Page last updated at 07:50 GMT, Thursday, 11 June 2009 08:50 UK

Bristol bids for World Cup games

Bristol City's proposed new stadium
Bristol City's proposed new stadium will be the centrepiece of the bid

Bristol is bidding to become a host city for the 2018 World Cup.

The city is playing up its geographic location as the only other city outside London bidding to host games south of Birmingham.

It is hoped Bristol City's proposed new stadium at Ashton Vale will become the centrepiece of the bid.

Richard Barrington, of West of England Sport Trust, said it was important to compete "with the Manchesters and Sheffields of this world".

'Green spaces'

The team behind the bid hope Bristol's geographical position - as the gateway to the South West - will be key in securing matches.

In July a team from Fédération Internationale de Football Association (Fifa) will visit the city.

They are expected to look at the city's green spaces including The Downs and Ashton Court as potential locations for fans' villages for supporters from around the world.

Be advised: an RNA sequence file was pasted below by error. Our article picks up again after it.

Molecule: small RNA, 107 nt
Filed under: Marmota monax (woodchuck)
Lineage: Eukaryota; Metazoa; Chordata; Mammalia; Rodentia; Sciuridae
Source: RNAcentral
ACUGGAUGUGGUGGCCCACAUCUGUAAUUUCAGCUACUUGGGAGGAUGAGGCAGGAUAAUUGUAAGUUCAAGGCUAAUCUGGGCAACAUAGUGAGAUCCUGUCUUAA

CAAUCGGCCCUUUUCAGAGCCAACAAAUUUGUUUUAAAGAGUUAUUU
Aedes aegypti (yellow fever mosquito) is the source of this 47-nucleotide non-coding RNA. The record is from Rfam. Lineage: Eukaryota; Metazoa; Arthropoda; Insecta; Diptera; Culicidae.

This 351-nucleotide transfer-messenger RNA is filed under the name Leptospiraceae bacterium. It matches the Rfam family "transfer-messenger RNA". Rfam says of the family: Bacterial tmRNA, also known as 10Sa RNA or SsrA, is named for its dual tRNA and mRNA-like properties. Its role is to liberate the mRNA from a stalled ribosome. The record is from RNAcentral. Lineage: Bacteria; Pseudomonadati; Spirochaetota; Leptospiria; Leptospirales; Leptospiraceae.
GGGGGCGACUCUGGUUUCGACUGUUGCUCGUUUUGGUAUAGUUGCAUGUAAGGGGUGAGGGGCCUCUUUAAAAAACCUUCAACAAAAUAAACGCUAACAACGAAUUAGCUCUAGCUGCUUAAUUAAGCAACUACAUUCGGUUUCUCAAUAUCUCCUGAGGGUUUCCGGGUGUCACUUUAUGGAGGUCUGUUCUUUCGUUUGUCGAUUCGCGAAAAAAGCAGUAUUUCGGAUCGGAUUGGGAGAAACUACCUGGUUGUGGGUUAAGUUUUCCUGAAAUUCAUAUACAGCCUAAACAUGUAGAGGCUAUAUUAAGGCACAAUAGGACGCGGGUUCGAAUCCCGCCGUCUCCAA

In December the city will find out if it is a candidate city and then in December 2010 if the FA will be hosting the event in 2018.

Mr Barrington is business development manager at Wesport which aims to to increase and promote participation in sport in the Greater Bristol area.

"Although 2018 is a long way into the future it allows us to look ahead and put legacy work in place around football, schools and the community to take us into next decade.

"The new stadium [at Ashton Vale] is going through the planning process and needs to stand on its own two legs as a stadium relevant to Bristol and the South West."

Print Sponsor

Bristol ready for World Cup role
18 May 09 |  Bristol City
Chairman's boost for new stadium
18 Apr 09 |  Bristol
Bristol City unveil stadium plan
30 Nov 07 |  Bristol


The BBC is not responsible for the content of external internet sites

Has China's housing bubble burst?
How the world's oldest clove tree defied an empire
Why Royal Ballet principal Sergei Polunin quit


Sign in

BBC navigation

Copyright © 2017 BBC. The BBC is not responsible for the content of external sites. Read more.

This page is best viewed in an up-to-date web browser with style sheets (CSS) enabled. While you will be able to view the content of this page in your current browser, you will not be able to get the full visual experience. Please consider upgrading your browser software or enabling style sheets (CSS) if you are able to do so.

Americas Africa Europe Middle East South Asia Asia Pacific